Marie Walshe, Sep 11

In advance of the forthcoming Psychoanalytic Poetry Festival at the Freud Museum in London, later this month, here are ten poems which mark significant moments and life-stages.

Jacques Lacan suggested that poetry was a supremely efficient coping mechanism, containing our fears and anxieties and traumas in a few carefully-chosen words. No one can deny that the poet is an exquisite craftsman. Sometimes the meaning is manifest, sometimes it remains a mystery. Sometimes it is inexplicable even to the poet himself or herself!

But it is always seductive, memorable and powerfully affecting. So we mark the special occasions and rituals of our life by poetry, and by its instrumental sister, music-making. They are the memory-catchers, the trauma-containers: we are the better for them, somehow. We cope better by borrowing the poet’s phrase, by reciting a stanza or two in careful modulation.

Ten poems, ten punctuations, some old, some more modern, all relevant to today. I’ve linked where I could to a rendition of each poem so that you may have a full-sense appreciation of each one.

  1. John Anderson, by Robbie Burns: Simple, short and disarming this love poem expresses John’s wife’s joy as they grew old together and her prayer that they may be united even in death. I first heard it on the radio, coming home from the clinic. Its beauty affected me so deeply that I pulled over to listen to Eddi’s subsequent singing of it. Like many of Burns’ poems, this has become a song, so I am linking to Eddi Reader singing this poem to a beautiful melody.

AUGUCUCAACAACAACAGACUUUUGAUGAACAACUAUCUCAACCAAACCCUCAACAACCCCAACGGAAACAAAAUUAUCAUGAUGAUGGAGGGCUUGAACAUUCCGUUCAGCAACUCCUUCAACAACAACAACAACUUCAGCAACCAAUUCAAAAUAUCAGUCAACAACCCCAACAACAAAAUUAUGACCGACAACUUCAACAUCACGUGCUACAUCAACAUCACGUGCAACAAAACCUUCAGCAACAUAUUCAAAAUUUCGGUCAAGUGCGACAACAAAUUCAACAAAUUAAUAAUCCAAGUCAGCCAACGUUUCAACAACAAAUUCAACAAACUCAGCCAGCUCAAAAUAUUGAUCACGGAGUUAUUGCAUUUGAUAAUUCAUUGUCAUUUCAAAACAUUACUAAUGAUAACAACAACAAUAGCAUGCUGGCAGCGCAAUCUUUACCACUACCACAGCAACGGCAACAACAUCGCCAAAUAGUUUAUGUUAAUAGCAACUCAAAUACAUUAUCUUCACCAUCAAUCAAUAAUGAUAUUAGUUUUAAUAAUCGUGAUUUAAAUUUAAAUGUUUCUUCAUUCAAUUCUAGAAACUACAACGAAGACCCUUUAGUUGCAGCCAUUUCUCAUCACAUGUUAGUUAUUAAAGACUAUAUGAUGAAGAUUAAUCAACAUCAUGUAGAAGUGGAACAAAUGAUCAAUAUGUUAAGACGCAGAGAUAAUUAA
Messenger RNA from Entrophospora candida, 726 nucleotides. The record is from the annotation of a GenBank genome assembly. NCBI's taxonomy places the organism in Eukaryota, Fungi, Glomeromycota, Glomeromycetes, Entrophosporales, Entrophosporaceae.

2. Your children are not your Children, Kahlil Gibran: Gibran’s master-work, “The Prophet” has verses addressing various critical life-events including an excellent verse on marriage. This poem on children, addressed to parents, is a reminder of the existential bargain which parents make in conceiving their offspring, a gift of life but with no guarantee of anything in return. ‘They are the fruit of life’s longing for itself’ - not a Mini-Mex or a Mini-You but little individuals with destinies of their own.

  3. The Love-song of J. Alfred Prufrock, T.S. Eliot: who has not been struck by the enigmatic images and phrases of this poem, that ever heard it?

    In the room the women come and go, talking of Michelangelo.

    I should have been a pair of ragged claws, scuttling across the floors of silent seas.

    I have measured out my life in coffee spoons.

    I grow old.. I grow old. I shall wear the boottoms of my trousers rolled.

    It is one of the few surviving beloved fragments of my Leaving Cert English class. I didn’t fully understand it then and I don’t pretend to understand it now. But yet somehow it resonates with me and gives me pleasure.

  4. On Raglan Road, Patrick Kavanagh: the often disgruntled poet is here disconsolate for love of a woman who broke his heart on the eponymous Raglan Road. These words paint a tender picture of a love ventured and lost but yet nonetheless a love that endures in these lyrics. Click on the link to hear the definitive musical version sung by Luke Kelly, famous artist of the sung word.

  5. Covenant, Tennessee Williams: This is a tale of compromised affections, a love that bargains with Fate, against fear, against the inevitable demons that beset every couple venturing into a commitment to each other. Everyone hopes for a happy ending, while crossing their fingers and saying “I do” with ‘desperate calm’. I have no link, so instead here are the words: